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Google Strategy

Google Strategy

Posted Mar 26, 2011 12:24 UTC (Sat) by brianomahoney (guest, #6206)
In reply to: Google Strategy by lambda
Parent article: Google Holds Honeycomb Tight (Business Week)

As the primary developers Google have the right to release source at their convenience, as you have the right to fork Android, but how you can say that not releasing the source, for say, 3 months, makes it _NOT_ open I dont know.

When M$ release Windows source, inc WP7, or Oracle the Java test suite, you might have a point.


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Google Strategy

Posted Mar 26, 2011 20:46 UTC (Sat) by tzafrir (subscriber, #11501) [Link]

The source code of Java (OpenJDK) is available for the public (at development time). It's not an officially stamped release, but you can use it to test your code.

Binaries with that have already been spotted in the wild. The source isn't. So I have no issue with Google calling it "open". "Open" has many meanings (e.g.: "'open' as in Office Open XML"). I just wonder what is it exactly they mean.

And no. He cannot fork Android H. The source has not been released. Others do fork released versions of Android to provide alternative ROMs (up to G). Not for H, I guess.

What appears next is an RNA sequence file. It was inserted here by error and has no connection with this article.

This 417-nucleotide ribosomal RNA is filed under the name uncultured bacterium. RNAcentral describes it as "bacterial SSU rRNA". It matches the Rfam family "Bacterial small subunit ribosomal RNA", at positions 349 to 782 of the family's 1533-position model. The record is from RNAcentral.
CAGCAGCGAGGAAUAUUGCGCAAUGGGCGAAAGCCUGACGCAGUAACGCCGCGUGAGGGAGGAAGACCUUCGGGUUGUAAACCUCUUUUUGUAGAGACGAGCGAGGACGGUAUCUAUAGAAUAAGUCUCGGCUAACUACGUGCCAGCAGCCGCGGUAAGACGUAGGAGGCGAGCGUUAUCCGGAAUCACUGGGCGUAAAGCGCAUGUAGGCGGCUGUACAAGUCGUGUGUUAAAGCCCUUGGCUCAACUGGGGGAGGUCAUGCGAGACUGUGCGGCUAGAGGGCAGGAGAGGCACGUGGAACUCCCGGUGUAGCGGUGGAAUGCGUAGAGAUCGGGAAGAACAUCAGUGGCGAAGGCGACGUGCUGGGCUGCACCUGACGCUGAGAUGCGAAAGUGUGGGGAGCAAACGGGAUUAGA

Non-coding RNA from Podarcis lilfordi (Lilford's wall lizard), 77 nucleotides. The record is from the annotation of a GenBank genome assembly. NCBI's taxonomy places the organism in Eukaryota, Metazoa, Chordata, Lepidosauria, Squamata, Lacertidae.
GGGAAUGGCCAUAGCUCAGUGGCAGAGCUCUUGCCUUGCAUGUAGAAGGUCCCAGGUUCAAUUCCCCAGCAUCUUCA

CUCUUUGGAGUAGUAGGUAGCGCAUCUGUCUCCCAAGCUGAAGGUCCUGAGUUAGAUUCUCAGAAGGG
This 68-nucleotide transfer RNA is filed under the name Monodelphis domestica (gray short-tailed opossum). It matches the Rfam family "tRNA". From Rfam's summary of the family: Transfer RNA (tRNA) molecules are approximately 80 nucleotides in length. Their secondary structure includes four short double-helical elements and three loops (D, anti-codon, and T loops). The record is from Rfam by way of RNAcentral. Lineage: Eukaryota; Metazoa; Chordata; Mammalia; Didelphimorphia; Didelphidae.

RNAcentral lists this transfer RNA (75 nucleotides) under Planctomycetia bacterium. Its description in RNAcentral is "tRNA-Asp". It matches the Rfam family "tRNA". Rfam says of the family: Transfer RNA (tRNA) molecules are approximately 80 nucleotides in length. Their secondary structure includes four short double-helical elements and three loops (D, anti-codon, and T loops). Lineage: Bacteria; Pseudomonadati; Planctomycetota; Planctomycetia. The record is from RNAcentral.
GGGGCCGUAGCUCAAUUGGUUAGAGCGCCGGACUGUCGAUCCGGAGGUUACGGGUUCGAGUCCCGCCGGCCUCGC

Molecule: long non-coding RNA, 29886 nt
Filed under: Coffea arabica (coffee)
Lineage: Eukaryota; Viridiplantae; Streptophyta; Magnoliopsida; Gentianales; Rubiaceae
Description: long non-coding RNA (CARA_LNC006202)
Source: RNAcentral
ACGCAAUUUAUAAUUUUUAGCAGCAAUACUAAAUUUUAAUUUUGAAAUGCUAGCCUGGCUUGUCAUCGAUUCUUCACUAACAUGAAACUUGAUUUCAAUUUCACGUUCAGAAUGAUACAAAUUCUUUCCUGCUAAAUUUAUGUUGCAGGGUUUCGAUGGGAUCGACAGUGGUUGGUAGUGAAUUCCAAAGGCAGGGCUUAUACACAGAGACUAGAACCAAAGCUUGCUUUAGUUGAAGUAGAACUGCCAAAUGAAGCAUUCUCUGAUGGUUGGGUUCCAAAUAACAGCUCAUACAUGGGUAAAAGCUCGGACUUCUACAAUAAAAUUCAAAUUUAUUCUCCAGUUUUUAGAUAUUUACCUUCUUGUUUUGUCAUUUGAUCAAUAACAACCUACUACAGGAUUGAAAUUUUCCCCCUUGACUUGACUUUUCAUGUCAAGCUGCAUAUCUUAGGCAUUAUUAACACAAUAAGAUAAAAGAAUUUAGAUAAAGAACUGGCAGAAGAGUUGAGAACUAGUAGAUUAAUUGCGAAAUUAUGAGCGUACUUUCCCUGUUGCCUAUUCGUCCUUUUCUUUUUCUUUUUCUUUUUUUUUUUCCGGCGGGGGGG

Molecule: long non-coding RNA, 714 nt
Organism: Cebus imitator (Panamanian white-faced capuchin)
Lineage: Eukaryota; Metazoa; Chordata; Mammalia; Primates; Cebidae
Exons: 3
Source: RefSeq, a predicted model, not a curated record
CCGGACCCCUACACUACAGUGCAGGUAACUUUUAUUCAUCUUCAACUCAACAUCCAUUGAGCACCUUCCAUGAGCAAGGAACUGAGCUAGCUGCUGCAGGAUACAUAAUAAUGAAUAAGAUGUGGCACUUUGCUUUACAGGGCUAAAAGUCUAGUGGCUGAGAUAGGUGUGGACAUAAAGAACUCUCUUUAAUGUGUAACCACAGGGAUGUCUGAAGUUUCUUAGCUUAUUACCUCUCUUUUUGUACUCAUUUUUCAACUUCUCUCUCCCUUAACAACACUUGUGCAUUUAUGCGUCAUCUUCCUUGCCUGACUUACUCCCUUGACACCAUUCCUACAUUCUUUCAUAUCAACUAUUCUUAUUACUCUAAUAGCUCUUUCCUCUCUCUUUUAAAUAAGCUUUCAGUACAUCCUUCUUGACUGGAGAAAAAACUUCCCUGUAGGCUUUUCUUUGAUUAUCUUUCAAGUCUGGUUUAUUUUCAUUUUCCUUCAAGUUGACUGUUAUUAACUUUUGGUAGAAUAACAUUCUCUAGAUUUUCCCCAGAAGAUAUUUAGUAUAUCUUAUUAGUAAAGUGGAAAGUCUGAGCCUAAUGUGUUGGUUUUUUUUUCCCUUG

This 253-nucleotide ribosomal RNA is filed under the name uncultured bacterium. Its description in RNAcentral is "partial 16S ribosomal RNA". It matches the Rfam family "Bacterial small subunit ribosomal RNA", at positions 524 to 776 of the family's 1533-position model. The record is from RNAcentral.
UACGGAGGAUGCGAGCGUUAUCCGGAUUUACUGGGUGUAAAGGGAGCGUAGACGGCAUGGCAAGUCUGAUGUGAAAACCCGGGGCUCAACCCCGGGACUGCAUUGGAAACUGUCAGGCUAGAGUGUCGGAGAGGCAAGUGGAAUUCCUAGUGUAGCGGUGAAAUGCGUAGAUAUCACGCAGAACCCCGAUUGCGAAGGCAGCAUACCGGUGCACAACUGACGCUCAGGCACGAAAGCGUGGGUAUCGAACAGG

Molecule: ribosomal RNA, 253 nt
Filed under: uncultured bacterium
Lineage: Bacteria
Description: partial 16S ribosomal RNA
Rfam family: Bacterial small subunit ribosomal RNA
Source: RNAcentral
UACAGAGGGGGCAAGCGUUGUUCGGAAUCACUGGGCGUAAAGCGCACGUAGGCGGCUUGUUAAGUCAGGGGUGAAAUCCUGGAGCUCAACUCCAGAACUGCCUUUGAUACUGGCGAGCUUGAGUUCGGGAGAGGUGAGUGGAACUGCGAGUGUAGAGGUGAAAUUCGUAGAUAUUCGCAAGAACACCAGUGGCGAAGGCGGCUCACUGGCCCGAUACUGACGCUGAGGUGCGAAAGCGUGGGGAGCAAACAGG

Google Strategy

Posted Mar 27, 2011 16:07 UTC (Sun) by lambda (subscriber, #40735) [Link]

Given that the Android userland code is under permissive licenses, yes, Google has the right to release the source of new versions at their convenience. That doesn't mean that I have to agree with their decision. It also doesn't mean that those new versions are open source, or free software.

In order to be open source, you need to release the source. It's pretty black and white. Android 2.3 is open source. Android 3.0 is not. A future version of Android might be open source again, or Google might release the source of Android 3.0 in the future, but that's just speculation at this point. It doesn't matter what Microsoft or Oracle does; whether Android 3.0 is open source or not depends only on what Google does, not what other companies do.

Right now, Android 3.0 is not open source. There's nothing to argue there; you can't get your hands on the sources. Do I hope that they release the source in the future? Sure. Do I expect them too? I think there's a good chance, but I'm not going to hold my breath waiting. Remember, Solaris used to be open-source, as OpenSolaris, but Oracle later killed the open source project and closed development again. There's nothing preventing Google from doing the same, and while I have higher expectations of them than Oracle, the fact is that at the moment, you cannot get source access to Android 3.0, meaning that it is not open source.

Google Strategy

Posted Mar 27, 2011 18:50 UTC (Sun) by vonbrand (guest, #4458) [Link]

Sorry, as Google is the owner of (most?) of the Android source, they can do as they very well please: Release each single change, or just never release anything. The "develop in the open" model you are implying is very recent, it became popular with Linux and BitKeeker in 2002, and is far from universal even today.


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